This stinks, especially with mounting evidence that animal products (along with processed, refined, and packaged crap) play a huge role in the development of the lifestyle diseases that plague our country.  I am not vegan, nor do I think everyone should be.  But I do think everyone should be taking a good look at what they put into their bodies, and more importantly, keeping an open mind about new ways of eating that could be change for the better.

In the meantime… more “doughnuts” for me!

me and my big mouth

Ever since diagnosing my own quarter-life crisis, two things have been occurring frequently.  One, I constantly reference the list of emotional phenomena associated with the QLC as presented in the Wikipedia article on the topic and point out how many of them I identify with, therefore reinforcing my self-diagnosis.  Two, I use this same list to diagnose my quarter-life cohorts and demonstrate how they, too, are entrenched in such a crisis.  I should tell you that this Wikipedia article I keep referring to has not one citation, source, or reference listed.  This is probably because, as it turns out, the whole idea of the QLC was pretty much made up by pop psychology in the early nineties when somebody decided to give a name to the fact that whiny twenty-somethings were unmotivated and maturing at a much slower rate than ever before.  Bogus or not, it’s uncanny how many of these are spot-on with my life right now:

My friend Jake was in denial about his QLC, even when I showed him this list and pointed out some key factors.  The other day, however, he came around.  “Emily!” he said. “You were right.  The crisis…it’s in full effect.  I couldn’t place these unsettled, frustrated feelings, but now I know.  I’m just another victim of the QLC.  Did I mention that you were, and always are, right?”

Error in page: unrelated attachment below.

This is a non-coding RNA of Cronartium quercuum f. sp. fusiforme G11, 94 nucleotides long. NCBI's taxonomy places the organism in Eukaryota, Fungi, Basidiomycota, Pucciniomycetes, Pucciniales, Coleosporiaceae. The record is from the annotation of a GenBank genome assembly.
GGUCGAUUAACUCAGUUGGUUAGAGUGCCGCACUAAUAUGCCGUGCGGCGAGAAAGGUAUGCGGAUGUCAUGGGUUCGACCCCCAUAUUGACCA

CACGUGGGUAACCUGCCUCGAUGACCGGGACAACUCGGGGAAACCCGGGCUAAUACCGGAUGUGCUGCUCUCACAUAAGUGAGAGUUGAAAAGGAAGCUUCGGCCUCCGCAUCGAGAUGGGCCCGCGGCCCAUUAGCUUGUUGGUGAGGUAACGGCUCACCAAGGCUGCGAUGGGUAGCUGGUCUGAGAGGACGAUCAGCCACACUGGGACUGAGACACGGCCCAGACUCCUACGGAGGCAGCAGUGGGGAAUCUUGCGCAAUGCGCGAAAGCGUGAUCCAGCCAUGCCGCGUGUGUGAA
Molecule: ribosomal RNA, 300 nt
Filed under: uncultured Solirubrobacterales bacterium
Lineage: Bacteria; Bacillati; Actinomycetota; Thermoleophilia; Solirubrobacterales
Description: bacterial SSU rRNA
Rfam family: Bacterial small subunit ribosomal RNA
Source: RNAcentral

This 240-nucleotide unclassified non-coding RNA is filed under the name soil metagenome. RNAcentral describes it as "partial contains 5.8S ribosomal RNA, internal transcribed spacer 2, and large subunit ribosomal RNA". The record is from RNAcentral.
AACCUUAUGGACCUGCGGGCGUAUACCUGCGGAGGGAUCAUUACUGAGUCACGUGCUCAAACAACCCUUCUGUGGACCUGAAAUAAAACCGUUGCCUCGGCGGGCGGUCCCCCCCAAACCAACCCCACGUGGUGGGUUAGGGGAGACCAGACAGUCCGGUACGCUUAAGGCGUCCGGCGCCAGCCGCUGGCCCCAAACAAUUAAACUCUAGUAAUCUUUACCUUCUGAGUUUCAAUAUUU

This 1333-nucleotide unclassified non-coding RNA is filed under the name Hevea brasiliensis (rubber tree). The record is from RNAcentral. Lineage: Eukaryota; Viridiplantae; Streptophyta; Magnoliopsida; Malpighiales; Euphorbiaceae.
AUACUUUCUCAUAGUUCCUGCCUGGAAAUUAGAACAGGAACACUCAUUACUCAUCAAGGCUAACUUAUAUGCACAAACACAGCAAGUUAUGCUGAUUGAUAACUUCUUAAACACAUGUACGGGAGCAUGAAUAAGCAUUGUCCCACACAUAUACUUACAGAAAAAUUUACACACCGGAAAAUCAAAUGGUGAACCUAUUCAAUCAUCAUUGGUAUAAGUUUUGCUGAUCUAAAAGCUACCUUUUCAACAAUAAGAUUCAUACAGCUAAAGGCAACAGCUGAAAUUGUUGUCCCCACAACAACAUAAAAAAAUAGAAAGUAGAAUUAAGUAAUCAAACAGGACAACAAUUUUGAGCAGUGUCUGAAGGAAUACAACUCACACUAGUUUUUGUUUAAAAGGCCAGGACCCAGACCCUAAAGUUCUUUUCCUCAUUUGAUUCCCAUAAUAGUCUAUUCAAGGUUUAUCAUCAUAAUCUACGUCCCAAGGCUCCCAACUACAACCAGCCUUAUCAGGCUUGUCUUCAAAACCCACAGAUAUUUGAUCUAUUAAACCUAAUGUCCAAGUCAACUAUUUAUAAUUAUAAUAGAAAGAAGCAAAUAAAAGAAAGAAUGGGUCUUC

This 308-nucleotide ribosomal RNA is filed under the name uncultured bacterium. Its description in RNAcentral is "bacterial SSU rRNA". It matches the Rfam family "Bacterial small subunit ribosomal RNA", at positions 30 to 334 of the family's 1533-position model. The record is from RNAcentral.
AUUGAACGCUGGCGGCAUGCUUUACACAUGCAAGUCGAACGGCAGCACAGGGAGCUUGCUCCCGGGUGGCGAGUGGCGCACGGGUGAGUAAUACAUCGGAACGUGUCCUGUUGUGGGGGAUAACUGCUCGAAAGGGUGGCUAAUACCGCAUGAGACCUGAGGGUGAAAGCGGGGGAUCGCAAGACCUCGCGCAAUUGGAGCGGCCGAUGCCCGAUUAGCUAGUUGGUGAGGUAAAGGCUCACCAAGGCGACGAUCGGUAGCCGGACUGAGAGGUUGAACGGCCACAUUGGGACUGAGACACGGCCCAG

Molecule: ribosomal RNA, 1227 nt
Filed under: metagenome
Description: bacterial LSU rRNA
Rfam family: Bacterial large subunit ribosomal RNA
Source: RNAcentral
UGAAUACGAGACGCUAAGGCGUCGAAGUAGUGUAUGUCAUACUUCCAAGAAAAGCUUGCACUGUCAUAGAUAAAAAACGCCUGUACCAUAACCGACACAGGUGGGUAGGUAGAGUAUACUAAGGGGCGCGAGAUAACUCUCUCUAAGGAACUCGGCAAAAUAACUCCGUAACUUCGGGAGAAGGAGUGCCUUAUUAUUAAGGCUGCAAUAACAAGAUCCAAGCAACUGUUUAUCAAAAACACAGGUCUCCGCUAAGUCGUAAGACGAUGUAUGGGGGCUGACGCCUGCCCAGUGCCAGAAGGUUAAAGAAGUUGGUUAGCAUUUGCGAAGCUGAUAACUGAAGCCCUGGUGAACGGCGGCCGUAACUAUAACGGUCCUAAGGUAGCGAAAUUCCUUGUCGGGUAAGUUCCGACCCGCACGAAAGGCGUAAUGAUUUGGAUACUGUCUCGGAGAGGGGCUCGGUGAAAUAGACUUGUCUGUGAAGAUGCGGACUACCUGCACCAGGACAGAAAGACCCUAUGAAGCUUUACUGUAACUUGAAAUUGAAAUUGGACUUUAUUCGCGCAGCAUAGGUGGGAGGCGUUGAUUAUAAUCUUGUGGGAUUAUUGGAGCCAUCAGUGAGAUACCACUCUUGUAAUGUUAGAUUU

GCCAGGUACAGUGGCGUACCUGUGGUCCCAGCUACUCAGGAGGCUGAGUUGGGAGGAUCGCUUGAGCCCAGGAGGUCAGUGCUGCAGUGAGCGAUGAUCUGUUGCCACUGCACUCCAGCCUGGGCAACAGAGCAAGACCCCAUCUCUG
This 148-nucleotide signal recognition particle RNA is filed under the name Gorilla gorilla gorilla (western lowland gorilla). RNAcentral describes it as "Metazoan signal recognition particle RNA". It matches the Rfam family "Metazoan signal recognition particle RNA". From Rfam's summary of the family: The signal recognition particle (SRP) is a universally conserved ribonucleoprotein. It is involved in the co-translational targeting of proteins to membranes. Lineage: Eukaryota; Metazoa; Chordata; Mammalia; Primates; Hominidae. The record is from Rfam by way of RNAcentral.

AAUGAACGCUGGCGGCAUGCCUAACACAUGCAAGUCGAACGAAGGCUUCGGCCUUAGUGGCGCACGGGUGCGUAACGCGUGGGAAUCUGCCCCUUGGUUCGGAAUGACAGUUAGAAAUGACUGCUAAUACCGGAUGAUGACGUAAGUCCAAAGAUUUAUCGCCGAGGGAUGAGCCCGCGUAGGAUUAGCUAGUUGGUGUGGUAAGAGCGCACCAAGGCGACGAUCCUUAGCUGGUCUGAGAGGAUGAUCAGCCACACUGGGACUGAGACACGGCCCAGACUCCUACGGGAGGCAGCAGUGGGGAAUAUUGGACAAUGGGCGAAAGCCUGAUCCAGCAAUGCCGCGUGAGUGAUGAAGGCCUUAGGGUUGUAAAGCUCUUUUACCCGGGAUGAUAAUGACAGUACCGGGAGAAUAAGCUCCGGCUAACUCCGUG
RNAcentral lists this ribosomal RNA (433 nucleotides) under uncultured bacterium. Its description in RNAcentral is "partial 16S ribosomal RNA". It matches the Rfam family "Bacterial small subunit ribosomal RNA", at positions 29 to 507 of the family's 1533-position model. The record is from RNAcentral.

Ok, so Jake didn’t exactly say that, but he did realize that he relates to this list, and we discussed the following item at length: Tendency to hold stronger opinions. For both Jake and I, this involves not only holding stronger opinions, but expressing them freely and without regret.  Lately, I told Jake, I can’t seem to stop my mouth from being bold, brash, and one more “b” adjective that rhymes with “kitschy.”  My patience is low, and when someone or something crosses my path that I don’t agree with, I’m at the ready, paws up, opinion ready to be flung.  Jake has been having similar experiences, often being told that he’s imposing his opinions and beliefs on others too readily and forcefully.  Then, someone points out our audacity, and we find it hard to apologize.  Maybe I’m giving myself too much credit, but I think the pre-QLC Emily was much more capable and willing to own up to her big fat mouth than the current Emily.  Yeah, I said it.  I’m not taking it back.

The worst part may be that the victims of my rudeness are most often the people closest to me.  This is usually true, right? That the ones we love the most, trust the most, have the most faith in not abandoning us, take the brunt of our crap.  Extremely unfortunate, but logical from a survival standpoint; we’re not going to alienate anyone who we’re afraid of judging or ditching us.  Sorry, family and friends (and 5th graders- you get it pretty bad, too)- we’re going to have to ride this wave of crisis together.  Bear with me.

And hey, there are definitely worse fates than being a temporarily rude person (I’m not confronting my own mortality or having suicidal tendencies, to name a few).  At least I realize it’s happening. Hopefully, it’s all just a part of figuring out what you really care about and where the balance lies in letting people know how you feel.  I feel pretty strongly about these cookies I made last night, and they definitely kept my big mouth busy for awhile.

pancakes and part of the “whole” story

I love waking up on a Saturday with nothing to do and plenty of time to play in the kitchen. I didn’t even intend for this to be a blogworthy project when I started, but once I got going with my buckwheat and spelt flours, I realized I had a lot to talk about.